Fiercely competitive market awaits new management at Indiana law firms

Rebecca Seamands and Michael Millikan

The incoming leaders at Hall Render and Ice Miller are part of a wave of new management settling into the corner offices of law firms across the country, facing the challenge of creating a new work life for their lawyers and fighting for talent amid unprecedented competition.

Alex Pinegar

Starting Jan. 1, Gregg Wallander will become the president and CEO of Hall Render Killian Heath & Lyman, while Michael Millikan and Rebecca Seamands will take over as chief managing partner and deputy managing partner, respectively, for Ice Miller. All three are graduates of Indiana University Robert H. McKinney School of Law, are at the midpoint of their careers and have only worked for their current firms while in private practice.

Also, Alexander Pinegar has been named the managing partner of Church Church Hittle & Antrim in Noblesville. A litigator handling personal injury, commercial and business disputes as well as appeals, he will succeed outgoing firm leader David Day.

Pinegar declined to talk to Indiana Lawyer.

The change in leadership is a trend among law firms across the country, according to Lauren Smith, principal at Parker & Lynch, an executive recruiting and consulting firm. She said she views the widespread change as legal offices showing they are making a fresh start and, in the instances where women and minorities have been tapped for the top positions, are committed to diversity and inclusion efforts.

Lauren Smith

“My advice to them is to see this as a great recruitment opportunity and a great retainment opportunity,” Smith said. “This is their opportunity to reach out to all potential candidates and to reintroduce their firm to the world, essentially.”

The biggest challenge right now for law firm leadership is finding and keeping attorneys. Smith called it a “war for talent” and linked the shallow pool of candidates to lawyers who left the profession during the last recession or opted to go in-house, as well as to fewer students graduating from law school.

Firms are scrambling for attorneys because the workload has increased. Smith said unlike a few years ago where “tons of candidates” were available, law firms are now reduced to asking for a “breathing human with a J.D.”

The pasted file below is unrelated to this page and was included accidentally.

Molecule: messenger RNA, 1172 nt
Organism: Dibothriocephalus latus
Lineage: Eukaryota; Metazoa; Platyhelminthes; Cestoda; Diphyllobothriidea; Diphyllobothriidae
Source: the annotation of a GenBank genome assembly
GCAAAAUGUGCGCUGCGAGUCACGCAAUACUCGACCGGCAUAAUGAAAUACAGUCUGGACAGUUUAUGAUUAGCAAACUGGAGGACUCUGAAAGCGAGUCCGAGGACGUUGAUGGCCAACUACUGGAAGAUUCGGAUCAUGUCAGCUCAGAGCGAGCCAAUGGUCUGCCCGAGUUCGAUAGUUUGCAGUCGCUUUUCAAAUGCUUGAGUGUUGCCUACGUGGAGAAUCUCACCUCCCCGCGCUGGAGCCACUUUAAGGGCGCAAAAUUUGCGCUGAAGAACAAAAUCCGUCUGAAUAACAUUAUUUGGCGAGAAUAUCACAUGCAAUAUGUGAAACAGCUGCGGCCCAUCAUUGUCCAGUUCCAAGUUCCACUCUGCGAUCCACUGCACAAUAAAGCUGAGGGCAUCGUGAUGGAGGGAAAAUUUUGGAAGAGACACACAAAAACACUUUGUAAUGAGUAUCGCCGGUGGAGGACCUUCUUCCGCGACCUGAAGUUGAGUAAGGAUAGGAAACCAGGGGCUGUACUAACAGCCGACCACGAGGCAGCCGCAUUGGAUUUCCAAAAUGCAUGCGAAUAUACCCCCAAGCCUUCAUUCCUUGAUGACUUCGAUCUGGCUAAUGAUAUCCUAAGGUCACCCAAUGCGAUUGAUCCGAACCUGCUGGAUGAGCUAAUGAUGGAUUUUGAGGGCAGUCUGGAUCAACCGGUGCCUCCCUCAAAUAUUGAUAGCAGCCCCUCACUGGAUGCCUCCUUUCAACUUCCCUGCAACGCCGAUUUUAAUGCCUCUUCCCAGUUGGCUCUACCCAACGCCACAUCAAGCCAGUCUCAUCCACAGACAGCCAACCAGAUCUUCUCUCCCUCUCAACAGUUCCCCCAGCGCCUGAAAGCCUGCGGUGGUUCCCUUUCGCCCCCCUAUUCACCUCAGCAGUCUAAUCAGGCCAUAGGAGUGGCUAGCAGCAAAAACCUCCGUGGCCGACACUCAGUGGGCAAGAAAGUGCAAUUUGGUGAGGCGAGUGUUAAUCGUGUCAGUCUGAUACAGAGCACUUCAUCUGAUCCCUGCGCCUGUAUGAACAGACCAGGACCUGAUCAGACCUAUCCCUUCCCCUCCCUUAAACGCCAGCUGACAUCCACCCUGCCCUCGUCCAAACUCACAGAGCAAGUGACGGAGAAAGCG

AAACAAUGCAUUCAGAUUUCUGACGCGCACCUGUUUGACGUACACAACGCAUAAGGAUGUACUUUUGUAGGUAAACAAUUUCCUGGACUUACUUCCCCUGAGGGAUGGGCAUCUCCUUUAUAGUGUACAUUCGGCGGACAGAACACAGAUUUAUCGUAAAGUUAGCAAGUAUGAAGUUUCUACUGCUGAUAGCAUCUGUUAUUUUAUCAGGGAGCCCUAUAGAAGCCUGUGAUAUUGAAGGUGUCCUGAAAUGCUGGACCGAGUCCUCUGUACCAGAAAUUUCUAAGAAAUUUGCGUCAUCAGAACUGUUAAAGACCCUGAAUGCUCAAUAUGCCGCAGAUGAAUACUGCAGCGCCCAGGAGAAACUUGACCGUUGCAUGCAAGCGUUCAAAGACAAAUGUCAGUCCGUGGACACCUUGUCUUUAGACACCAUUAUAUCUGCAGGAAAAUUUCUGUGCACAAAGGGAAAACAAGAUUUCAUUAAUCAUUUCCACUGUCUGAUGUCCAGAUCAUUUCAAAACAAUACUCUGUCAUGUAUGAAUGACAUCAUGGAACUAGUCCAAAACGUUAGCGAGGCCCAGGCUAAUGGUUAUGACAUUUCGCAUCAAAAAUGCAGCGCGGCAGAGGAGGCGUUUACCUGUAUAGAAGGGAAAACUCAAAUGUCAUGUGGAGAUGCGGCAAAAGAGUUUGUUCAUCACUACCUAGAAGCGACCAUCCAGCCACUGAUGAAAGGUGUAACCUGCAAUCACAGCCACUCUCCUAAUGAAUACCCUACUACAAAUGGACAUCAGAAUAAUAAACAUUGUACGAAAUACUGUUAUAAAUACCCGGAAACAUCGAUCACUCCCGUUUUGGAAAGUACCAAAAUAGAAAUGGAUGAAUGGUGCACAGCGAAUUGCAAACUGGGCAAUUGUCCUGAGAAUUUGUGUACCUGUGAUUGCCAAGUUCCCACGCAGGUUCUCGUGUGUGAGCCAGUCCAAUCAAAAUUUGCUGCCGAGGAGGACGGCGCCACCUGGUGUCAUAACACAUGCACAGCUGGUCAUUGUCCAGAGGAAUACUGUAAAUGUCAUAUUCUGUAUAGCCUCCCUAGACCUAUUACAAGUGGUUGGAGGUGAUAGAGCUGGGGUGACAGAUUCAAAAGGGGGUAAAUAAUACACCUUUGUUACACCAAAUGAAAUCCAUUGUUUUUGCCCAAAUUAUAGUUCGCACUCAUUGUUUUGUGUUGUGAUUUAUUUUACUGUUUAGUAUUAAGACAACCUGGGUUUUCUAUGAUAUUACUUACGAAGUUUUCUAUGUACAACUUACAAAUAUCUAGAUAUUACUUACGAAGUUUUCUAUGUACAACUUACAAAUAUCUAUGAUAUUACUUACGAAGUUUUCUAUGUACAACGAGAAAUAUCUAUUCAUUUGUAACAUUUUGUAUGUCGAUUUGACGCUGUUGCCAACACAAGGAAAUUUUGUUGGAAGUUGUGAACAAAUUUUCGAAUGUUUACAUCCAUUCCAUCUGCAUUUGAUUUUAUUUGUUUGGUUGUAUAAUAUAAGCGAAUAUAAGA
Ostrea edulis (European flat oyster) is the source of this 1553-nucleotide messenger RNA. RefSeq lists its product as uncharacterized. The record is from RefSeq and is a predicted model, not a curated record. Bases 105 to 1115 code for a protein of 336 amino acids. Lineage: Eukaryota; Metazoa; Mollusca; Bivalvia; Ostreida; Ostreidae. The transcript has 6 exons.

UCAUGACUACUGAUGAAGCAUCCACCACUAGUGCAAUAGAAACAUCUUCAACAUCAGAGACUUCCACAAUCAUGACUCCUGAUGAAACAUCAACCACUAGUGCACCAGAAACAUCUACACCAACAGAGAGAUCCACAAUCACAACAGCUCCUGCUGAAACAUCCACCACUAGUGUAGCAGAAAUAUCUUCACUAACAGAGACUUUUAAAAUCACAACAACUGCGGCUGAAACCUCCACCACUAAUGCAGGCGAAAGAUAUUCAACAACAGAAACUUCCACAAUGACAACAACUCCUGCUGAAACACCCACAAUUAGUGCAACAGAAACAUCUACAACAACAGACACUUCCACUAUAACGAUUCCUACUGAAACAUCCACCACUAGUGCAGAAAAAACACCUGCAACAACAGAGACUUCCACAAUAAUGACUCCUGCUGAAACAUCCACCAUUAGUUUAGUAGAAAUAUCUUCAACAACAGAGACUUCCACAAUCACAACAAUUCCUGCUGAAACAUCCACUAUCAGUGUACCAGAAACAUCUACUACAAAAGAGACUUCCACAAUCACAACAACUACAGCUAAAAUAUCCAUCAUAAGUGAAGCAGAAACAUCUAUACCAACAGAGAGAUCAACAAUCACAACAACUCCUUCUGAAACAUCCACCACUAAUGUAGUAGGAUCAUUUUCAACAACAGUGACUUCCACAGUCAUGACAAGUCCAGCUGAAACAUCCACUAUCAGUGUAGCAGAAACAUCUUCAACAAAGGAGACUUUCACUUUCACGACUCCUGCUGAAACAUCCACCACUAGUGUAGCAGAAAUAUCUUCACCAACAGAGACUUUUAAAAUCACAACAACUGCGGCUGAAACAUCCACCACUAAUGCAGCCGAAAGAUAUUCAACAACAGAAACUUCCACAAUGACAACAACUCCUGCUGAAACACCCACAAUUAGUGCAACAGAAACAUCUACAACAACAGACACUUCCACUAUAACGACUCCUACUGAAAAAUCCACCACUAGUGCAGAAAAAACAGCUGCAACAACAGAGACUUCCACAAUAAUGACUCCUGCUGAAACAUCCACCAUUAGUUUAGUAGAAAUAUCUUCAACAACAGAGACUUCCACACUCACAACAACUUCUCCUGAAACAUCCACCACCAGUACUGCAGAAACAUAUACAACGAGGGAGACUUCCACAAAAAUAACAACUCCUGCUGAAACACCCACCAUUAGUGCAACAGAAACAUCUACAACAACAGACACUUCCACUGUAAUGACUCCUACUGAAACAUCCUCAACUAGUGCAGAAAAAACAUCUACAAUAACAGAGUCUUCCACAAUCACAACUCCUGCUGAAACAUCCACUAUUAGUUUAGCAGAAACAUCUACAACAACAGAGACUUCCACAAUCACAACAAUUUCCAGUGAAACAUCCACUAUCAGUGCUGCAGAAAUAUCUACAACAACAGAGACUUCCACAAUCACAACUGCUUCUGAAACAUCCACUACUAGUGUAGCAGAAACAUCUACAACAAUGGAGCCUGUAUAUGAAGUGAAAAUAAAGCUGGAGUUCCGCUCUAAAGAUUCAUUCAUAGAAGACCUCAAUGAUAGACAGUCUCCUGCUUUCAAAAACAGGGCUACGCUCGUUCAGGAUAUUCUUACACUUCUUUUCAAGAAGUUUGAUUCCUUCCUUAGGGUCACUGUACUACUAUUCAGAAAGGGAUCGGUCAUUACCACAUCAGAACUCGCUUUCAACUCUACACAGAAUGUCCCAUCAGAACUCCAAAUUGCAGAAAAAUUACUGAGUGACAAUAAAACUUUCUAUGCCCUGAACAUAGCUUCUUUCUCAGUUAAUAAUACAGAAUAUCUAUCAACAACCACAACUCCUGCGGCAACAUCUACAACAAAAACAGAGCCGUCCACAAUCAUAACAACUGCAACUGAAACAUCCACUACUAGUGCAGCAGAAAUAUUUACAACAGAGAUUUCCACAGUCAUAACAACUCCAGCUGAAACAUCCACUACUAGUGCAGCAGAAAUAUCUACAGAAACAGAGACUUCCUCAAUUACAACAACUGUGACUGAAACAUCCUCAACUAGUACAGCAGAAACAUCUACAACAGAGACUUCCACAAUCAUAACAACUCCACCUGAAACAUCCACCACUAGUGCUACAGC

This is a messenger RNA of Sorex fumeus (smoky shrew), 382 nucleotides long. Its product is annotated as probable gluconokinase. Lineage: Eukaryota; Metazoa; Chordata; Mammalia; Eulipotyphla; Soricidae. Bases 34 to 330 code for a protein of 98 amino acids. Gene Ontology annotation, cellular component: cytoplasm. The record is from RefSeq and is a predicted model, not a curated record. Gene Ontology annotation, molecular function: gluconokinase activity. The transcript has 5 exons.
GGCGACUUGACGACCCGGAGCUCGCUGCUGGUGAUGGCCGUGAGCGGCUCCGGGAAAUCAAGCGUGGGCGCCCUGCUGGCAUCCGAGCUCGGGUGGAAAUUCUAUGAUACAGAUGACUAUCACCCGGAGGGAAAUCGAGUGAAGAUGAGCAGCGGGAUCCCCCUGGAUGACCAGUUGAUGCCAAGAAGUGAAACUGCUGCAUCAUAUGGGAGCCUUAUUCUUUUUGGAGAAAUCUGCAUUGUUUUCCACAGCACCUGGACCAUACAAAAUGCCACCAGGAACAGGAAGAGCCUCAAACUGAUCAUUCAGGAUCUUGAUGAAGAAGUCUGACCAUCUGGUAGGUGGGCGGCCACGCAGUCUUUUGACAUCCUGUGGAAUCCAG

Talent is being lured by compensation and firm culture, said Yvonne Nath, consultant at LawVision,

Yvonne Nath

Law firms will likely have to rethink traditional salary and bonus structures, perhaps giving non-partners an equity stake in the firm. Also, firms might have to reconsider the typical pipelines for talent and look to hire attorneys working for alternative legal service providers.

Culturally, Nath said, law firms will be successful by defining what they want to be. The atmospheres may vary from one place offering a work-life balance to another place requiring long hours, but in both kinds of firms, there will be people who are happy and like the culture.

“How we perform our work is changing,” Nath said. “… Law firms need to be leaner, faster, reach farther and be more flexible. How you do that is you cast a wider net for talent and you operate more flexibly.”

Adding to the pressure on firm leaders is the accessibility of information on performance.

As Nath explained, clients are collecting data on the costs and outcomes for the different kinds of legal work so clients and firms will be able to benchmark against other firms. That transparency is going to force law firms to change, she continued, and leadership will have to focus on the culture.

“Regardless of the size of the leadership team, I think the end goal is for leadership to capture the hearts and minds of the team, to align them, support them,” Nath said, “and then make sure that they are effective at achieving whatever the organization’s goals are.”•

Greg Wallander

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